The story paints a portrait of the housing recovery in Phoenix, which it describes as ground zero for the original meltdown. Nowadays, "homebuilders are rushing to buy land for new subdivisions or resume construction in ones they had abandoned," author Susan Berfield writes, noting that home prices in the Phoenix metro area "climbed 22.9 percent in 2012, the highest in the nation." The piece then profiles various players in Phoenix's newly revived housing market, including a home flipper who's "bought and flipped about 60 houses a year and has made some $4 million" and who's "sold 14,000 lots in the past eight months, a billion dollars’ worth of deals."
One question the story subtly raises — and the cover loudly shouts — is whether this is a sustainable recovery or whether profit-minded developers, flippers, brokers and so forth could be blowing up another bubble waiting to pop. "Knowing Arizona, we’ll probably build too much at some point," the story quotes one analyst as saying.
Jed Kolko, the chief economist of real estate Web site Trulia, says that Phoenix is among the U.S. areas where housing prices have rebounded—but vacancy rates are still high and job growth is low. As such, the growth is likely to be less sustainable, making it a poor bet to expect home prices to keep rising apace. That said, Kolko believes, "concerns about overbuilding are still a long way away."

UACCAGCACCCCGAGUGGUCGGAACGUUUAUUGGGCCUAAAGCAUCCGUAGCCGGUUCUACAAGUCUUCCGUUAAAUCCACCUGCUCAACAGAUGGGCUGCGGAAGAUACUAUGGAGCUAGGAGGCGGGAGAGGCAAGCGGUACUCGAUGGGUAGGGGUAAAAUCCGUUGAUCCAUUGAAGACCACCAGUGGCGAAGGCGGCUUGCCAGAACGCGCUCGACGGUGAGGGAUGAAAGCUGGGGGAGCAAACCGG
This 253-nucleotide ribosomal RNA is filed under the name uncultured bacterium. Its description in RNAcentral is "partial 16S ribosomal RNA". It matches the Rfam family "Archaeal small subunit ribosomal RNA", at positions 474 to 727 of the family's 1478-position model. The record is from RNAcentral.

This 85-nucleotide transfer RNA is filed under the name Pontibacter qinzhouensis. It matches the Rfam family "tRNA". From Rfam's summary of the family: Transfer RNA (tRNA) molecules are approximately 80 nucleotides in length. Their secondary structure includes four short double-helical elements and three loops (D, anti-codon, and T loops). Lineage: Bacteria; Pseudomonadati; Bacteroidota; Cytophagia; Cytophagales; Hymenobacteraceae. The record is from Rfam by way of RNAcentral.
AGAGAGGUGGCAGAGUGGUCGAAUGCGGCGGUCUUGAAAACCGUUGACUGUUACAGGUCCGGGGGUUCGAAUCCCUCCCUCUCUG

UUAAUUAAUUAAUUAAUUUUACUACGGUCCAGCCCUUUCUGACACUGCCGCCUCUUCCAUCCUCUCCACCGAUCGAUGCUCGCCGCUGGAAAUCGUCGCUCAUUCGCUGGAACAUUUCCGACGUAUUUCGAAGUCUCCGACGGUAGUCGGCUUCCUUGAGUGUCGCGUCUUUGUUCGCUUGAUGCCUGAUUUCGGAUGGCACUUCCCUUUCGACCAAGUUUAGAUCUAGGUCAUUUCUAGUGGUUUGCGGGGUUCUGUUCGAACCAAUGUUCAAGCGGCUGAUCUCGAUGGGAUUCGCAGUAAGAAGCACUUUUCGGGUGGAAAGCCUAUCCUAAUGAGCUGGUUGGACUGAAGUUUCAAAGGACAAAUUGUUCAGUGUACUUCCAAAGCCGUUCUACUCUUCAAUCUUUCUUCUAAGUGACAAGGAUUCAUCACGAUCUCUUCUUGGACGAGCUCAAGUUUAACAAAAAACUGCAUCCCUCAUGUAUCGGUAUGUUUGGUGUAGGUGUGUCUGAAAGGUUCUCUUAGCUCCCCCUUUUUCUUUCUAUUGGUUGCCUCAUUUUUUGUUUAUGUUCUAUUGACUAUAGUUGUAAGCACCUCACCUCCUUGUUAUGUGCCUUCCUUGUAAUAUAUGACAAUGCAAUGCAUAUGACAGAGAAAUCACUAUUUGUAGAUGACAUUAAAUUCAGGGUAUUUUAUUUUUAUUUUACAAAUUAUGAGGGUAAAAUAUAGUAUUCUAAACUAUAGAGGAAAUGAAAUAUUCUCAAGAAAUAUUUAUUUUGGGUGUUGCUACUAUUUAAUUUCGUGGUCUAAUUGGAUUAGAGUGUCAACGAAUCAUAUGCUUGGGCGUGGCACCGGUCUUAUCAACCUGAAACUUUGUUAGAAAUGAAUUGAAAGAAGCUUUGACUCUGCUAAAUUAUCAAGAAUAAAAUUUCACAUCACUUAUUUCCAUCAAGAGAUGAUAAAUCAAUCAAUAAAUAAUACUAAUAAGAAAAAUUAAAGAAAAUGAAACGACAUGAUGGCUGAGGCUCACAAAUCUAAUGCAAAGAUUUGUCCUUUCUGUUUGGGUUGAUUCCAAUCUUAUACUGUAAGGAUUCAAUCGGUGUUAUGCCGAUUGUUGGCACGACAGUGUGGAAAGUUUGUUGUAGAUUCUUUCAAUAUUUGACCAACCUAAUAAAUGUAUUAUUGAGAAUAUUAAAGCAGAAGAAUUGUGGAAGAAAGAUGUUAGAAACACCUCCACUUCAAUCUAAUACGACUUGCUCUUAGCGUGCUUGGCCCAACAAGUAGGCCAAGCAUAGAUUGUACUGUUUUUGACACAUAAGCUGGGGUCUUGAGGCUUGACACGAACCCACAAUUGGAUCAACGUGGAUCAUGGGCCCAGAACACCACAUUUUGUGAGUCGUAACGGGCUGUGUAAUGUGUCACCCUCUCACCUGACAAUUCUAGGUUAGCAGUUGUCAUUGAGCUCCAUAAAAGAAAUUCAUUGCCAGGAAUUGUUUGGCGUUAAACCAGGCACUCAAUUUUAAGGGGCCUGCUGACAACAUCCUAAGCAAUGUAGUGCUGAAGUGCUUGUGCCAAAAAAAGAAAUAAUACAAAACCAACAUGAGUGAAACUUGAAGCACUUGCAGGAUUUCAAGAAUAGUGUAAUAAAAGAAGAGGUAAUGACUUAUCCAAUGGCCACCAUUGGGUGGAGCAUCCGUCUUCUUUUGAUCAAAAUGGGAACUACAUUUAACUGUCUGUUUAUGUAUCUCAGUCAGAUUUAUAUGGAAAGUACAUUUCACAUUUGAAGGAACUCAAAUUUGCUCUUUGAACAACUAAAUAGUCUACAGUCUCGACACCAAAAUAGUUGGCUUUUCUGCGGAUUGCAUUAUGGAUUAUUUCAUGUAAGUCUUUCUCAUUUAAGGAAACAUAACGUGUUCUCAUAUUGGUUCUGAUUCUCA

What the story doesn't address is how mortgage fraud, predatory lending and other abusive practices also fueled the original housing bubble and subsequent crisis, particularly in Arizona. In the lead-up to the crash, Arizona was among the states with the highest number of subprime mortgages — and the weakest anti-predatory lending laws -- as many researchers have pointed out since then.
In 2009, Arizona had the country's fourth-highest mortgage fraud rate, and it rose to No. 2 in 2011. Some of that was homeowner application fraud, but it also included predatory lending practices, "collusion by industry insiders, such as bank officers, appraisers, mortgage brokers, attorneys, loan originators and other professionals engaged in the industry," according to the 2012 LexisNexis Mortgage Fraud Report. Last summer, 10 people were indicted for a mortgage fraud scheme in Phoenix that allegedly ran for 11 years.
The Businessweek story doesn't touch upon these broad structural problems and systemic wrongdoing or whether regulatory reform efforts, such as the passage of the Dodd-Frank Act, have helped monitor the housing market in Arizona and elsewhere more effectively to ensure a more stable, secure market.
Instead, it paints a mostly hopeful portrait of a boom akin to "a dot-com on the stock market," as one person is quoted as saying — referring to investors who've dusted themselves off and are getting back into the game to make big bucks. But by leaving out what was behind the country's devastating mortgage meltdown —and whether those factors have been fixed or eliminated since — the story can't answer the question printed at the very bottom of its incendiary cover: "What could possibly go wrong?"